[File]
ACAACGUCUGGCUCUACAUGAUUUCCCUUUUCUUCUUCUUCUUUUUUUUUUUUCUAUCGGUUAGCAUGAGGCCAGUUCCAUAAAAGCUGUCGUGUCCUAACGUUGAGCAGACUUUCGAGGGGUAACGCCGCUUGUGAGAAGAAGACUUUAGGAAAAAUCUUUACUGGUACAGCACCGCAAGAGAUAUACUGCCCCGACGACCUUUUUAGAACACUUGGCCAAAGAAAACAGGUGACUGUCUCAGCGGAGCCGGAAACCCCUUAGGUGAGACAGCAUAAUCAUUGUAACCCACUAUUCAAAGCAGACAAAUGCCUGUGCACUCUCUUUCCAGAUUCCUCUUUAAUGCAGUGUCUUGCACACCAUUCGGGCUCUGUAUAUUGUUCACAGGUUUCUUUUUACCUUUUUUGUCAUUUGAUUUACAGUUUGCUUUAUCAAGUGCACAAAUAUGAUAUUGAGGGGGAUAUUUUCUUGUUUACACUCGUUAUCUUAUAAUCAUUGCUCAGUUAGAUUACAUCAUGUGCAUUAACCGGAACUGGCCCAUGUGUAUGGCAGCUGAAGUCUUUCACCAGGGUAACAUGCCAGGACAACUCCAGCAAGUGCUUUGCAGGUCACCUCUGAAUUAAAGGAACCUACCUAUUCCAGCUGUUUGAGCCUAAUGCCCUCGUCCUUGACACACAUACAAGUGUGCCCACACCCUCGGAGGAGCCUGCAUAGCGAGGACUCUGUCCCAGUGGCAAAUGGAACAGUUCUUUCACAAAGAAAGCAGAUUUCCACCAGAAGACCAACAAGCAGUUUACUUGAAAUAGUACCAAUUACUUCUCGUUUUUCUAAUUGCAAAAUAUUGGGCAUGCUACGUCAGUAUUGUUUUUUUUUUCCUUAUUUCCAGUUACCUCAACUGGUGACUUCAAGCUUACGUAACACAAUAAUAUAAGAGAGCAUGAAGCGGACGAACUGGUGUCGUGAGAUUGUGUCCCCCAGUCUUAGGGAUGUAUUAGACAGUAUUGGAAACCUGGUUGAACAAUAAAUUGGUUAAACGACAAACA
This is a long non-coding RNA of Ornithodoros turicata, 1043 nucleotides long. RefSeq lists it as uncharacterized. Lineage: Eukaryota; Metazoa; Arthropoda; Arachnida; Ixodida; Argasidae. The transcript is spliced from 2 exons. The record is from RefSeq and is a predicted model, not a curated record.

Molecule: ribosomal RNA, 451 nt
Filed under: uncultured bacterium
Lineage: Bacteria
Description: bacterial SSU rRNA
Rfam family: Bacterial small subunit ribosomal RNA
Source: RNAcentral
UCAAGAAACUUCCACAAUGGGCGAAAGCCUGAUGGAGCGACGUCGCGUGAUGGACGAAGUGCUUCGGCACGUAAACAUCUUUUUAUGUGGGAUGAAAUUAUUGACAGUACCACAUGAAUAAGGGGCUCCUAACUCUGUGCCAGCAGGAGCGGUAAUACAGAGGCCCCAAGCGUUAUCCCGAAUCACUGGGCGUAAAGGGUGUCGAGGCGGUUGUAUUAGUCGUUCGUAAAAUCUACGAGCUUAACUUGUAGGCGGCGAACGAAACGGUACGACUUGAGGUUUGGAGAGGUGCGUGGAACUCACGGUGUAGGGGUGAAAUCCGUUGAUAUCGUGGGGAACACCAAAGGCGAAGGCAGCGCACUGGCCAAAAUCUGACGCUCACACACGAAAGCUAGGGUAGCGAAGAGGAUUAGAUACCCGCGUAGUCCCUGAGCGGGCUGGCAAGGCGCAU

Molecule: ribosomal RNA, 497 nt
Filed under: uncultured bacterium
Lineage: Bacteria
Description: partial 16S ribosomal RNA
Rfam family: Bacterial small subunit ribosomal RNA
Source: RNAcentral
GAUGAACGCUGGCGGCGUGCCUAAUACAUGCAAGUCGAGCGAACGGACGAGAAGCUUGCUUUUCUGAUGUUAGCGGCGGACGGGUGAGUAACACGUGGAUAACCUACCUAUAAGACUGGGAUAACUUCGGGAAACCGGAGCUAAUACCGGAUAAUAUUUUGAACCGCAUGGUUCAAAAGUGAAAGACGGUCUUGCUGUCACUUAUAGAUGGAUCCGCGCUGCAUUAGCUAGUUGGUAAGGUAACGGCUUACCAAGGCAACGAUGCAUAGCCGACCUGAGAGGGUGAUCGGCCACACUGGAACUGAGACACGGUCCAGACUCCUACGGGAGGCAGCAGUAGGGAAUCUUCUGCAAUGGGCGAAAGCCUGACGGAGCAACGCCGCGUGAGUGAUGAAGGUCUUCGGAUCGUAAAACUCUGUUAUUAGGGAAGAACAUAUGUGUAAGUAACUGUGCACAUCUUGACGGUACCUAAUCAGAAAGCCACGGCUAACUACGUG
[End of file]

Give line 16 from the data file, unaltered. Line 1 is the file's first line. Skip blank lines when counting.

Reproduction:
GAUGAACGCUGGCGGCGUGCCUAAUACAUGCAAGUCGAGCGAACGGACGAGAAGCUUGCUUUUCUGAUGUUAGCGGCGGACGGGUGAGUAACACGUGGAUAACCUACCUAUAAGACUGGGAUAACUUCGGGAAACCGGAGCUAAUACCGGAUAAUAUUUUGAACCGCAUGGUUCAAAAGUGAAAGACGGUCUUGCUGUCACUUAUAGAUGGAUCCGCGCUGCAUUAGCUAGUUGGUAAGGUAACGGCUUACCAAGGCAACGAUGCAUAGCCGACCUGAGAGGGUGAUCGGCCACACUGGAACUGAGACACGGUCCAGACUCCUACGGGAGGCAGCAGUAGGGAAUCUUCUGCAAUGGGCGAAAGCCUGACGGAGCAACGCCGCGUGAGUGAUGAAGGUCUUCGGAUCGUAAAACUCUGUUAUUAGGGAAGAACAUAUGUGUAAGUAACUGUGCACAUCUUGACGGUACCUAAUCAGAAAGCCACGGCUAACUACGUG